Antagonists Vayne Solidor and Judge Gabranth are Emperor Palpatine and Darth Vader to the letter. Both Vayne and Palpatine obtain absolute political power, dissolve the kingdom's governing senate, and kill the last of the most powerful warriors (the Jedi in Star Wars, the dissenting Judges in XII). Also, Gabranth, like Vader, has a familial connection to the heroes as Basch's twin brother, and has a 180-degree change of heart towards the end of the game, going out in a blaze of glorify that benefits the heroes. Also similar to Vader is Gabranth's armor, which completely hides his body and face, and the Empire's musical theme, which sounds eerie similar to Star John Williams' Imperial March.
Backing up from the who and where, looking at Final Fantasy XII's main narrative reveals more elements familiar to Star Wars. There is a mysterious force called Mist (the Force) that allows people to perform magic. The evil Archadian Empire (the Empire) invades and takes over neighboring kingdoms (planets) under the leadership of Vayne Solidor (Emperor Palpatine) and his right-hand muscle man Judge Gabranth (Darth Vader). Princess Ashe (Leia), who has lost her kingdom and family to this empire, leads an underground resistance group (the Rebels) and joins a ragtag band of heroes on a quest to overthrow the Empire. The princess meets an orphan boy (Luke) and the sky pirate Balthier with his partner Fran (Han Solo and Chewbacca), the latter two of which are chased by the world's best bounty hunter (Boba Fett). Balthier owns an amazing ship (the Millennium Falcon), and initially joins Ashe's cause for money but eventually chooses to stay and help altruistically.
The heroes go to an independent city in the clouds (Cloud City) where they are greeting by Ondore (Lando), who later betrays them and hands them over to the Empire. Ondore later changes his mind and helps them escape. After hours of adventures together, the group comes up again Vayne on his home turf. Gabranth (Vader) is defeated in a duel by his blood relative Basch (in this case, Luke-ish), and then chooses to help them overthrow Vayne. He is gravely wounded and dies in the endeavor. Once Vayne is defeated, the Sky Fortress Bahamut (the Death Star) explodes, but the good guys all manage to get away just in time.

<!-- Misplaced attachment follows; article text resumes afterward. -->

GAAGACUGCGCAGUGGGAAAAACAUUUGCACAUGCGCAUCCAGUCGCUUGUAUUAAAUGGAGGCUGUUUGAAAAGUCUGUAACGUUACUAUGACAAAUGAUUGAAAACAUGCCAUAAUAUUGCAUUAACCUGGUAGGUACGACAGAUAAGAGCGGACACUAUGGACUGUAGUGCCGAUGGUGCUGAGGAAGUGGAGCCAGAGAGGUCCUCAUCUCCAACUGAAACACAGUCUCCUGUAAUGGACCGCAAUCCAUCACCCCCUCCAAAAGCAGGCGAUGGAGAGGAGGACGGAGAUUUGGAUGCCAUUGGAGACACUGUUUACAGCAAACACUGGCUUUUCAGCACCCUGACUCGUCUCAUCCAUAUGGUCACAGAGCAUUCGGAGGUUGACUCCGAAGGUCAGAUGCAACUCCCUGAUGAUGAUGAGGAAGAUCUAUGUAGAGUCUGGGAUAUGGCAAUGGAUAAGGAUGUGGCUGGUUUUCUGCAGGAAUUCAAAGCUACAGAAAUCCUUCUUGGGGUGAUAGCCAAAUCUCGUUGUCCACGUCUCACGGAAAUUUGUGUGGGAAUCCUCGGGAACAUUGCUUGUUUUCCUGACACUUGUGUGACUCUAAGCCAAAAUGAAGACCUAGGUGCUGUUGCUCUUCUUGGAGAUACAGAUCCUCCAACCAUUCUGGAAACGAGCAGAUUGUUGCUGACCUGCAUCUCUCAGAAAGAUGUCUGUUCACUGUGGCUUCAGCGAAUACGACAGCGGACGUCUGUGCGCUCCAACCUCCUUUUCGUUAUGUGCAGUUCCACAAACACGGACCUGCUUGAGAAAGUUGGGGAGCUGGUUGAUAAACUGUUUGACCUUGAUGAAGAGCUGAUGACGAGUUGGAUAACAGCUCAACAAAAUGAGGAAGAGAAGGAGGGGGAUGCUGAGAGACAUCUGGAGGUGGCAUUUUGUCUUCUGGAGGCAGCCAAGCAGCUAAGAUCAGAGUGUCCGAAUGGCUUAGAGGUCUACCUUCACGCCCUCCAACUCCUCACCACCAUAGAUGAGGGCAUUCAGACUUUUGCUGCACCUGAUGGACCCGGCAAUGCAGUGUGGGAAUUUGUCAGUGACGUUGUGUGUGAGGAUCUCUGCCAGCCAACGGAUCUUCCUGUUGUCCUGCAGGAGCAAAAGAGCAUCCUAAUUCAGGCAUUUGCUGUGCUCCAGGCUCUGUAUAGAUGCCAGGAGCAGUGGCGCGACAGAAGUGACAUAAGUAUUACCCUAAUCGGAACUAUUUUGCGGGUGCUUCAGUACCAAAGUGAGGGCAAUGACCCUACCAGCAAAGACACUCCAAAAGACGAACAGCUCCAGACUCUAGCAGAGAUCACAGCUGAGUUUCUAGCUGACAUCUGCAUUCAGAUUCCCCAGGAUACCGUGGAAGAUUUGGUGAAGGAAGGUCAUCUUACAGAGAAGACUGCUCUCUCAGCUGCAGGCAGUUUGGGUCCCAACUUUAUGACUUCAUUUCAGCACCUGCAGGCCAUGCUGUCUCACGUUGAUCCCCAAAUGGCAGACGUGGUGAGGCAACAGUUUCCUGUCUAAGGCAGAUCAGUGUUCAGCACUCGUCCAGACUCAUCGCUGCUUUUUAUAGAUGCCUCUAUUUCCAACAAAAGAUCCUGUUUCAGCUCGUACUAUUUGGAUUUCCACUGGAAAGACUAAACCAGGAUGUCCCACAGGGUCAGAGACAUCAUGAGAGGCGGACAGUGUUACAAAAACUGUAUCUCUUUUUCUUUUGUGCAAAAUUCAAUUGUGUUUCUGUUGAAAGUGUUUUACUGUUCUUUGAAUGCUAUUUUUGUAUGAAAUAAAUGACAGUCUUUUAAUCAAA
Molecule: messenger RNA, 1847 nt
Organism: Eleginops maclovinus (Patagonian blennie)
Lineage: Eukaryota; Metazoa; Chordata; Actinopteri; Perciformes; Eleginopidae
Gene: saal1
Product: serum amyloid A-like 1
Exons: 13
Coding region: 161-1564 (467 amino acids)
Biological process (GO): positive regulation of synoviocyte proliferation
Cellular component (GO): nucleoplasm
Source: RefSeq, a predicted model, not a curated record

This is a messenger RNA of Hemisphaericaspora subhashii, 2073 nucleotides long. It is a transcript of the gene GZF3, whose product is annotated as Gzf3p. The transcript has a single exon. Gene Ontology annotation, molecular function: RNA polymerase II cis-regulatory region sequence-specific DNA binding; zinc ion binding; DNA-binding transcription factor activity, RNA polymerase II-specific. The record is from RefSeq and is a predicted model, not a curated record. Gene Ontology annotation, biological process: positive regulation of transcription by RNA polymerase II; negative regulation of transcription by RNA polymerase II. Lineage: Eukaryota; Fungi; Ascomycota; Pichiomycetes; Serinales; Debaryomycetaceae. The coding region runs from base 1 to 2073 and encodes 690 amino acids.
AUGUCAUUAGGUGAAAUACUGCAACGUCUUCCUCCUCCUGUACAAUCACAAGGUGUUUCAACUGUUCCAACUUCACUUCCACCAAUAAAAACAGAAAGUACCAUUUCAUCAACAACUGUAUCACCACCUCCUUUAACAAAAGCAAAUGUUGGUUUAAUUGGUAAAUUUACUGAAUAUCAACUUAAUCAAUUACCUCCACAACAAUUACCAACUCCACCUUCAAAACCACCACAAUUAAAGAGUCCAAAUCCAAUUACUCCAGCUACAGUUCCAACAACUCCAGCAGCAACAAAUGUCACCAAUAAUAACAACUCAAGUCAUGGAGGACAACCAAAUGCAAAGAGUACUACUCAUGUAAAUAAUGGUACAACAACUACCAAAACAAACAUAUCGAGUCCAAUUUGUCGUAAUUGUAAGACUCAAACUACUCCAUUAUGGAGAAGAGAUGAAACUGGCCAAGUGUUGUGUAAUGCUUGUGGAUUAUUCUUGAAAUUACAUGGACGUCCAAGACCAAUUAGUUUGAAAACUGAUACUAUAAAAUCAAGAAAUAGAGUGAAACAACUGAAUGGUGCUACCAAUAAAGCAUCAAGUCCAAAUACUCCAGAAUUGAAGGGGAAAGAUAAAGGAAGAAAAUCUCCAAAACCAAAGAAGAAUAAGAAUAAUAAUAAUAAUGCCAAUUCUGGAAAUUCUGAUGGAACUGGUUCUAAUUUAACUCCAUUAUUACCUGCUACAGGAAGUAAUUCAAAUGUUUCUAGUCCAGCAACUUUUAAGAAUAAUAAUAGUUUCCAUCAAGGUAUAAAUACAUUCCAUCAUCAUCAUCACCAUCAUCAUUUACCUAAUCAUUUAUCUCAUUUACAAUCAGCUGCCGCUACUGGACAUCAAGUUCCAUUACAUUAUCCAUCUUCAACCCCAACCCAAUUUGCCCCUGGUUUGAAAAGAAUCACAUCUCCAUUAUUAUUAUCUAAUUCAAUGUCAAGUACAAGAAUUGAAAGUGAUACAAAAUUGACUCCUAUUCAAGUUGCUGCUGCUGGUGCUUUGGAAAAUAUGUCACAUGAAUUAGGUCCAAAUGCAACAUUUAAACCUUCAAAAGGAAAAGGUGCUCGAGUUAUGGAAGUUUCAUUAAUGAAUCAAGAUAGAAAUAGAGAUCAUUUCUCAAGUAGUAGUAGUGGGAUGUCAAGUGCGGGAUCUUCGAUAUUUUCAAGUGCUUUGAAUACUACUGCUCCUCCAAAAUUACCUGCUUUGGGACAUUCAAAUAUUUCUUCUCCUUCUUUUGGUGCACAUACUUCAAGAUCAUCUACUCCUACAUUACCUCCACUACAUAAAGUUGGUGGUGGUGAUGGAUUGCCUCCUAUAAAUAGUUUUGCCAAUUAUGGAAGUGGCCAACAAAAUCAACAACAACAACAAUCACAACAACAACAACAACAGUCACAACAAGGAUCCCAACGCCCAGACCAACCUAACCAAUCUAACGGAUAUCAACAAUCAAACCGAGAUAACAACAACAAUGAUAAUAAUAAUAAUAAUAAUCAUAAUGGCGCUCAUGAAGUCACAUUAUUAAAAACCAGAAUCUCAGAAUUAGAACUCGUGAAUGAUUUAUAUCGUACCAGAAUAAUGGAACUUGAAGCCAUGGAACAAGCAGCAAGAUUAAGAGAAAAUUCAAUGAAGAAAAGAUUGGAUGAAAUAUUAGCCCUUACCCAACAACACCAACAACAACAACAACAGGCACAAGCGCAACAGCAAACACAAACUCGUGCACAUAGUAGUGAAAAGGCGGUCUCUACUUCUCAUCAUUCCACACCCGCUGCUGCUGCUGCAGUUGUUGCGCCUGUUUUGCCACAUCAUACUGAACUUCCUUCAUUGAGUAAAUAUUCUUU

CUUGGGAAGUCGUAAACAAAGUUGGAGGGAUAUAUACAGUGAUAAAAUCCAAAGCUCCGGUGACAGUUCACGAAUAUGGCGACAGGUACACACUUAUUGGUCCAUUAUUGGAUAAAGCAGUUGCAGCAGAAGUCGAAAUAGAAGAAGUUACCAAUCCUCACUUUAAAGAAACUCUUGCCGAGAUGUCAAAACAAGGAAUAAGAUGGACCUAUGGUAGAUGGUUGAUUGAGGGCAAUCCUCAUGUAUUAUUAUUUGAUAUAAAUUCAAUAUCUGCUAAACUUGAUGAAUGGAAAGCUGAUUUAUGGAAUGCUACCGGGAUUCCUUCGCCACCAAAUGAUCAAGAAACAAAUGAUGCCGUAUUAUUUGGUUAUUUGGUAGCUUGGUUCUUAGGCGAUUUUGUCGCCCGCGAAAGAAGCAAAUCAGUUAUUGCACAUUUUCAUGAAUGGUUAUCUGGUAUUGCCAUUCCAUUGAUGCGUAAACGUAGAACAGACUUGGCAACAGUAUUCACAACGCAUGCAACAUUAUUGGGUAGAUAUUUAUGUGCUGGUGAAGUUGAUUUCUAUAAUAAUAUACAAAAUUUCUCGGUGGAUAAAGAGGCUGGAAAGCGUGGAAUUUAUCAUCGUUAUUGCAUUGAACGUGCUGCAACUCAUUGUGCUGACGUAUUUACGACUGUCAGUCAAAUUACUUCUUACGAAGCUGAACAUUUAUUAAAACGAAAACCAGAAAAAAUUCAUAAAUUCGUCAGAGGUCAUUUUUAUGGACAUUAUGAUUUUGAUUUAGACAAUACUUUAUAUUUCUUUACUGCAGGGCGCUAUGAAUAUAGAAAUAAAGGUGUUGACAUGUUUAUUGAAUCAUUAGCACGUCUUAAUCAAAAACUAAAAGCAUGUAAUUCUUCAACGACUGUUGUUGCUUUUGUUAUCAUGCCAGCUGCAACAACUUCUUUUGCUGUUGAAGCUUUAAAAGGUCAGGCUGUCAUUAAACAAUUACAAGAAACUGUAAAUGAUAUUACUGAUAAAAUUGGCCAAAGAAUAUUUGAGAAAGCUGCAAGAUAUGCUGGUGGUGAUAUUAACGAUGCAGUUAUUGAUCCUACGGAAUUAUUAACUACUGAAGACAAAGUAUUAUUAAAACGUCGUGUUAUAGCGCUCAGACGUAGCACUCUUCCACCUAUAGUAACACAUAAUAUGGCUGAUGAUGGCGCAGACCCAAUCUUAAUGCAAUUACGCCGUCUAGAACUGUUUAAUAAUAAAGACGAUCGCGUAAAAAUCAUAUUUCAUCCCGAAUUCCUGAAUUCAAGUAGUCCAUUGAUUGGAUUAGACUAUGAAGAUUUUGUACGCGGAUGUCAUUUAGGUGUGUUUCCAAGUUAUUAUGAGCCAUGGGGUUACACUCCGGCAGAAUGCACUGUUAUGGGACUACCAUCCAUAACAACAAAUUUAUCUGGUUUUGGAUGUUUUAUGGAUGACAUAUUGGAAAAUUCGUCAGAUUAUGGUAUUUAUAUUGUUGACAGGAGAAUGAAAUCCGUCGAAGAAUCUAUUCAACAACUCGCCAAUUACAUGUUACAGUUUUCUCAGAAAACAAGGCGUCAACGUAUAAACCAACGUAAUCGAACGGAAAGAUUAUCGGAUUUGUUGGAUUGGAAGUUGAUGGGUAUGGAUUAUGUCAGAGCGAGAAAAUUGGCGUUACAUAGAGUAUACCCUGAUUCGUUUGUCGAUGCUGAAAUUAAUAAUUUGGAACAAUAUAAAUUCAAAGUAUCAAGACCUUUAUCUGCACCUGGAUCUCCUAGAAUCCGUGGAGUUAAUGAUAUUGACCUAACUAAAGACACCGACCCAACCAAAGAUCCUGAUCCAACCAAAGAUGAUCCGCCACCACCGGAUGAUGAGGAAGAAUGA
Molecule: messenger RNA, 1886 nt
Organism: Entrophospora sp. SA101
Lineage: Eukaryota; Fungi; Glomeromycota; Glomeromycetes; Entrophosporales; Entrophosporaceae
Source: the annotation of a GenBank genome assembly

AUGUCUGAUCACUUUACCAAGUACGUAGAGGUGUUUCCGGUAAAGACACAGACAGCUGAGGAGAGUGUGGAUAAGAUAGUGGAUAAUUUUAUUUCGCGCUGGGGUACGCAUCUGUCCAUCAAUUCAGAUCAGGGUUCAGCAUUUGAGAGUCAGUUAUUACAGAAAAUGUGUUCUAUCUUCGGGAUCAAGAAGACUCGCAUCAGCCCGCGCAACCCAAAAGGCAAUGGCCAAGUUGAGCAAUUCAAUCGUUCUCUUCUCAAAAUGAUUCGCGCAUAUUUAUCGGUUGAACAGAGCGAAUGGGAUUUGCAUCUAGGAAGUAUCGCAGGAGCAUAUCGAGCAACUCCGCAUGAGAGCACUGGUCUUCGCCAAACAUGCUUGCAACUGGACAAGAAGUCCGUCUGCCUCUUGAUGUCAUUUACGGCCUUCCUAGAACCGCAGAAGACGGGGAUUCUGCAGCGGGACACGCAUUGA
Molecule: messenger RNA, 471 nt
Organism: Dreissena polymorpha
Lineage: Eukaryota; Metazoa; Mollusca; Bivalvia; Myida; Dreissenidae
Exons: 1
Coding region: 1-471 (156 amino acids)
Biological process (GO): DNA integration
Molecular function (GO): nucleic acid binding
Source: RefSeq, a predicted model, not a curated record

The original Star Wars trilogy is beloved by many, and in many ways there's no real way to copy its secret sauce, presenting similar elements in just the right way and in just the right order--although the recent Episode VII: The Force Awakens proves that under the right direction, the magic can be recreated. But Final Fantasy XII has similarities that go beyond uncanny..
Facing the Future
And now we're here, with Final Fantasy XV slated to launch September 30 of this year. The game is appropriating how young people behave, crafting an experience augmented with selfies and the ability to buy snacks at a convenience store during your road trip. It's overlaying the familiar with the fantastical, but in some cases--especially in the use of brands--it can detract from the experience. I both love and fear the idea of running through a world that functions similar to my own, because I can either identify with it or fail to lose myself in its fiction. Seeing a brand I'm familiar with in the hands of Noctis or Prompto could pull you out of the experience. Video games can be a form of escapism, after all, and presenting another world where you wake up to the sound of your phone vibrating isn't necessarily the most attractive of experiences.
And yet, watching characters like Prompto and Ignis eat hamburgers in diners, push their car along when it runs out of gas, and cook meals together under a starry sky--it makes me feel like I would befriend these boys in real life. The kingdoms of Lucius and Altissa feel real and accessible, like I could hop on a plane to Europe and visit the countries on holiday. The series seems to be is aiming for higher relatability, to be something players can latch onto--whether it's dabbling in another genre, wholesale riffing on one of pop culture's most famous franchises, or appropriating pop culture and behavior itself and laying it onto the world. With more outright visible connections to our world, Final Fantasy is beginning to feel less alien and far-reaching, and more like coming home.